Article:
Basics of Subchapter V of Chapter 11 (Small Business Debtor Reorganization)
(August 4, 2023)
What is Subchapter V of Chapter 11 of the Bankruptcy Code?
Subchapter V of chapter 11 of the Bankruptcy Code is a viable option for small to medium sized businesses seeking to implement a court-administered restructuring. The process allows owners to retain control of the company and its assets while creating a repayment plan with creditors. Below are some of the main features of subchapter V.
Key Advantages for Small Business Debtors in Subchapter V Bankruptcy
- The Bankruptcy Code’s “automatic stay” means creditors can not exercise any rights against the debtor absent a court order, with limited exceptions.
- Debtors can discharge their debts by implementing a reorganization plan that partially repays creditors over time.
- The company can continue to run the business as a “debtor in possession” during the bankruptcy proceedings.[i]
- Only the debtor may file a plan.[ii]
- The plan may be approved with or without creditor consent.[iii]
- Equity holders can retain their interests under the plan. To do so, the plan must provide for payment of the company’s disposable income towards its unsecured claims for a repayment period of no less than three years and no more than five.[iv]
- This means unsecured creditors do not need to be paid in full for the debts to be discharged.
- Administrative expenses, or expenses used to pay the costs of running the business during the bankruptcy (including attorney fees), can also be paid through the plan over the repayment period.[v]
- A Subchapter V Trustee is appointed by the court and will work toward consensually resolving the case. [vi]
- Sales of a debtor’s assets can be done before the plan is confirmed under section 363 of the bankruptcy code, meaning assets can be sold “free and clear” of all liens, claims and interests. This may make certain sales more attractive to buyers. Sales can also be done pursuant to the plan.
Subchapter V Eligibility Requirements: Is Your Business Qualified?
- Secured and unsecured debts can not exceed $7.5 million. Only noncontingent and liquidated debts are calculated for purposes of eligibility. [vii]
- The amount of contingent debt – or debt that is only owed if an event occurs after the petition date, such as a default on a loan guaranteed by the debtor – does not affect eligibility.[viii]
- The amount of unliquidated debt – or debt of an unknown amount as of the petition date, such as a money judgement that still requires entry of a damages award – similarly does not affect eligibility.[ix]
- At least 50% of the debt must have arisen from the debtor’s commercial or business activities. [x]
- The following are not eligible:
- Any entity whose primary activity is a business of owning a single asset real estate;[xi]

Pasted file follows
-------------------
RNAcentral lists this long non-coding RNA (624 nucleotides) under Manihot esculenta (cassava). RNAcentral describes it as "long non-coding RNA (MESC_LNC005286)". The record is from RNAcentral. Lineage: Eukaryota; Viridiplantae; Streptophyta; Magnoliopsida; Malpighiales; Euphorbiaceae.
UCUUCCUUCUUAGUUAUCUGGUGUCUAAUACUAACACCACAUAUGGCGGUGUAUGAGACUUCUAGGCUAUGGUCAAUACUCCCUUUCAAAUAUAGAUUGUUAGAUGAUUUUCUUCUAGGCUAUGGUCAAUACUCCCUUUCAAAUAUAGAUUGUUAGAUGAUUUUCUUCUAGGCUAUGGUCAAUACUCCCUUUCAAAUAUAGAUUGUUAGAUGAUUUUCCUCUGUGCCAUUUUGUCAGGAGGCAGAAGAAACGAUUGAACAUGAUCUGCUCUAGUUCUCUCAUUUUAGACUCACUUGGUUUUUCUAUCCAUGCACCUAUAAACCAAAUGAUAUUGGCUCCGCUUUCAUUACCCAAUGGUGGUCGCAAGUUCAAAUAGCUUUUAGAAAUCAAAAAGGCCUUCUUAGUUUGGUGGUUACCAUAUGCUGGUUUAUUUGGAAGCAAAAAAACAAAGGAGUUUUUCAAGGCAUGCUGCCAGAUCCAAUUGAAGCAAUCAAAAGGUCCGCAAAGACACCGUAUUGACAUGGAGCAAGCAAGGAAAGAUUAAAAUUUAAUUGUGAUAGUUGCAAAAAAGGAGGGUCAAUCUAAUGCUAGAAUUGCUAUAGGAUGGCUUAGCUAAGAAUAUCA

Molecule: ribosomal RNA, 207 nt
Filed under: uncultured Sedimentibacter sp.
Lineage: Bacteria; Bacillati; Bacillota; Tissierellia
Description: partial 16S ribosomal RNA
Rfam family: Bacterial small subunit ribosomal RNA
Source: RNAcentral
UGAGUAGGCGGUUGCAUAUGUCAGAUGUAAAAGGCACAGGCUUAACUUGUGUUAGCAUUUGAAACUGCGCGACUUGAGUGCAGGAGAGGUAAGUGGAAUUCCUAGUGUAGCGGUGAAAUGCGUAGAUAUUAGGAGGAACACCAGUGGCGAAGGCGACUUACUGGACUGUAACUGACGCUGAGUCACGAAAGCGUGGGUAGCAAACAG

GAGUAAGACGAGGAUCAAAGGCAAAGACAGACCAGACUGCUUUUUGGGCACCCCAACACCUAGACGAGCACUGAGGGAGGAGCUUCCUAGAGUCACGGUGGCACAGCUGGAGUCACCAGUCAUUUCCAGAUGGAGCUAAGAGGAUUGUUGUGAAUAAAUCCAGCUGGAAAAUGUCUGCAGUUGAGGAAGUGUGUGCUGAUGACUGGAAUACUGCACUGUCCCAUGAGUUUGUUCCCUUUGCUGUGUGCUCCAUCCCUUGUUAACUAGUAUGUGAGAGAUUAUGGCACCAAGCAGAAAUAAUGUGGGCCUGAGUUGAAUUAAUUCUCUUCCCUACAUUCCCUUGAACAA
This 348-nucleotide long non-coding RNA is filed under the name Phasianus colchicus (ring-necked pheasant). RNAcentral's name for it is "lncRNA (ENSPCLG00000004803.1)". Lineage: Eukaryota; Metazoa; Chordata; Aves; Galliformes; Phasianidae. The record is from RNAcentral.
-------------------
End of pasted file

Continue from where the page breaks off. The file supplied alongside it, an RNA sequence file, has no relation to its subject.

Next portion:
- Publicly traded corporations and their affiliates;[xii] or
- A member of a group of debtors that has more than $7.5 million of combined debt (in other words, if the total amount of debt of an existing bankruptcy filer plus the debt of a would-be affiliated bankruptcy filer exceeds $7.5 million, the would-be bankruptcy filer is not eligible).[xiii]
Subchapter V Filing Timeline: What to Expect
- The debtor must file the plan within 90 days of the petition date.[xiv]
- There is no confirmation deadline after the plan is filed.
Additional Considerations in Subchapter V Reorganization
- If secured claims are not being paid in full and do not support the plan, the claims must still be satisfied in full under the plan. This may be done over time or through a single payment.[xv]
- Importantly, a claim is secured only up to the value of the collateral, and the remaining portion is unsecured.
- A non-consensual plan must provide for remedies to unsecured creditors if the debtor does make the payments under the plan, including liquidation of assets.[xvi]
- A consensual plan will result in an immediate discharge, while a plan that is non-consensual will be discharged “as soon as practicable” after completion of the payment plan.[xvii]
Contact Us to discuss Subchapter V and other solutions, including out-of-court restructuring and refinancing.
[i] 11 USC § 1184. However, the court may remove the debtor in possession, after a notice and hearing, for “cause, including fraud, dishonesty, incompetence or gross mismanagement.” 11 USC § 1185.
[ii] 11 USC § 1189(a).
[iii] 11 USC § 1191.
[iv] 11 USC § § 1181(a) (making 1129(b) inapplicable under subchapter V); 1191(c).
[v] 11 USC § 1191(e).
[vi] 11 USC § 1183(b)(7).
[vii] 11 USC § 1182(1)(A).
[viii] Id. E.g., In re Parking Mgmt., Inc., 620 B.R. 544, 551-552 (Bankr. D. Md. 2020); In re Free Speech Systems, 649 B.R. 729 (Bankr. S.D. Tex. 2023).
[x] 11 USC § 1182(1)(A).
[xii] 11 USC § 1182(1)(B).
[xiv] 11 USC § 1189.
[xv] 11 USC § 1191(c)(1).
[xvi] 11 USC § 1191(c)(3).
[xvii] 11 USC § 1192.
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